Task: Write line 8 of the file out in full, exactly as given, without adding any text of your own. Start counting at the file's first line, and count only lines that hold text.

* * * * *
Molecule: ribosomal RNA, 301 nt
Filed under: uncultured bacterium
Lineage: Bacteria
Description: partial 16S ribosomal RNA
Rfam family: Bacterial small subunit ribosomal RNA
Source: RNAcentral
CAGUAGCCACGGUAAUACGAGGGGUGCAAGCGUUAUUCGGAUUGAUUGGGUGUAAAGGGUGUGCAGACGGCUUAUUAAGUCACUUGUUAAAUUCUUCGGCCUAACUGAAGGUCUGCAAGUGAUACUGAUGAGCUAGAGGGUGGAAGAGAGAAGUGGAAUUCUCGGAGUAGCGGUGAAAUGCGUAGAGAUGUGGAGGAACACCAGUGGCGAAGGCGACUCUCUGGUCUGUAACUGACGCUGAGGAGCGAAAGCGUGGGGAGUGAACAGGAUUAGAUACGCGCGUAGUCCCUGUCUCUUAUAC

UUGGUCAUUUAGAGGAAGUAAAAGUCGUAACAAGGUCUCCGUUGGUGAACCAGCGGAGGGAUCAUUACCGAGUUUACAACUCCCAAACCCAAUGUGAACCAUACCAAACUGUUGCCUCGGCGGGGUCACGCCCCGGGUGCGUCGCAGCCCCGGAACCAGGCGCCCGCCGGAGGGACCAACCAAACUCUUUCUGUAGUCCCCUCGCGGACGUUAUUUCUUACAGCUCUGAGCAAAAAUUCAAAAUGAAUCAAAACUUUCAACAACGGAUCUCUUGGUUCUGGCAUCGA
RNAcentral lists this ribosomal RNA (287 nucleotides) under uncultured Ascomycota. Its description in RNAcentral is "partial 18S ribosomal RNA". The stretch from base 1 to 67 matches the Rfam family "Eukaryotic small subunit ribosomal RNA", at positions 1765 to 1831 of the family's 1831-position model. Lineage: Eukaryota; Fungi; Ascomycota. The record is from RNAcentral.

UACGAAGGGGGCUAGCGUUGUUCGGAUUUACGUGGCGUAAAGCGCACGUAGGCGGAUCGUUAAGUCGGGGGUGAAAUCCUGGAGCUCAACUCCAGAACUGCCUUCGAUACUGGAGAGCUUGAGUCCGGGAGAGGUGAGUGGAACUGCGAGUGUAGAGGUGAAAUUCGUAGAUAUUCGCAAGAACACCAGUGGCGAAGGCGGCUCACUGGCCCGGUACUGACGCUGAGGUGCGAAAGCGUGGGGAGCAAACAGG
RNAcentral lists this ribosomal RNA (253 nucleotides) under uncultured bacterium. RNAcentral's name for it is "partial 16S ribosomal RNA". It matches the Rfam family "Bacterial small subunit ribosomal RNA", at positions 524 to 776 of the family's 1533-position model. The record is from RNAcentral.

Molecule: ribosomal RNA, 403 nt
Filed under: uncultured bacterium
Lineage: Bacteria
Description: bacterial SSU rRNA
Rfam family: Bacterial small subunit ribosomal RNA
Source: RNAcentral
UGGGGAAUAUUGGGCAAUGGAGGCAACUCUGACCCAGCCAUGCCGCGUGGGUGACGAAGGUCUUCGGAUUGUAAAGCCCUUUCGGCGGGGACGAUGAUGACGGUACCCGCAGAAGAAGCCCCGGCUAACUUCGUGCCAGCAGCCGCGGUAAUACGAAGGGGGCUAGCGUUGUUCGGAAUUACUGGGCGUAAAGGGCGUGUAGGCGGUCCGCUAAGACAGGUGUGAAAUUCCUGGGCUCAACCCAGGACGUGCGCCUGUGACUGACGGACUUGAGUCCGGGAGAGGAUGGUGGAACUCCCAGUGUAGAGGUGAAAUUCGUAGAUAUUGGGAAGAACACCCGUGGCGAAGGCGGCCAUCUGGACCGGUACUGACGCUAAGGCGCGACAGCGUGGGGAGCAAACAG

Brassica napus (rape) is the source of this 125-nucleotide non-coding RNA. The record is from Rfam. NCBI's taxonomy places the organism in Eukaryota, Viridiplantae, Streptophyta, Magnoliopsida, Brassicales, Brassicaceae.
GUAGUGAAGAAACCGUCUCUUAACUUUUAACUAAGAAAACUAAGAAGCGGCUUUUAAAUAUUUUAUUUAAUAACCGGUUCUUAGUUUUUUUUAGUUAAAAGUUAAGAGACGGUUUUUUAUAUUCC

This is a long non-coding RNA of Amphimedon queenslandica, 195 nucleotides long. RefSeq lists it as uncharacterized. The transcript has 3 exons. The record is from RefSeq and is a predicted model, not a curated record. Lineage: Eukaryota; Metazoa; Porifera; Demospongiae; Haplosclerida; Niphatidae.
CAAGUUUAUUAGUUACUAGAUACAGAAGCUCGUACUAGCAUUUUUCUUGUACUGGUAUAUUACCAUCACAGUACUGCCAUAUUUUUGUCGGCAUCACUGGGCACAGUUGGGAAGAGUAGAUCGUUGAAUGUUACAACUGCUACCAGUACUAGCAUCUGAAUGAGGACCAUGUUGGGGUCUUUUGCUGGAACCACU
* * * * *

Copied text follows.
UUGGUCAUUUAGAGGAAGUAAAAGUCGUAACAAGGUCUCCGUUGGUGAACCAGCGGAGGGAUCAUUACCGAGUUUACAACUCCCAAACCCAAUGUGAACCAUACCAAACUGUUGCCUCGGCGGGGUCACGCCCCGGGUGCGUCGCAGCCCCGGAACCAGGCGCCCGCCGGAGGGACCAACCAAACUCUUUCUGUAGUCCCCUCGCGGACGUUAUUUCUUACAGCUCUGAGCAAAAAUUCAAAAUGAAUCAAAACUUUCAACAACGGAUCUCUUGGUUCUGGCAUCGA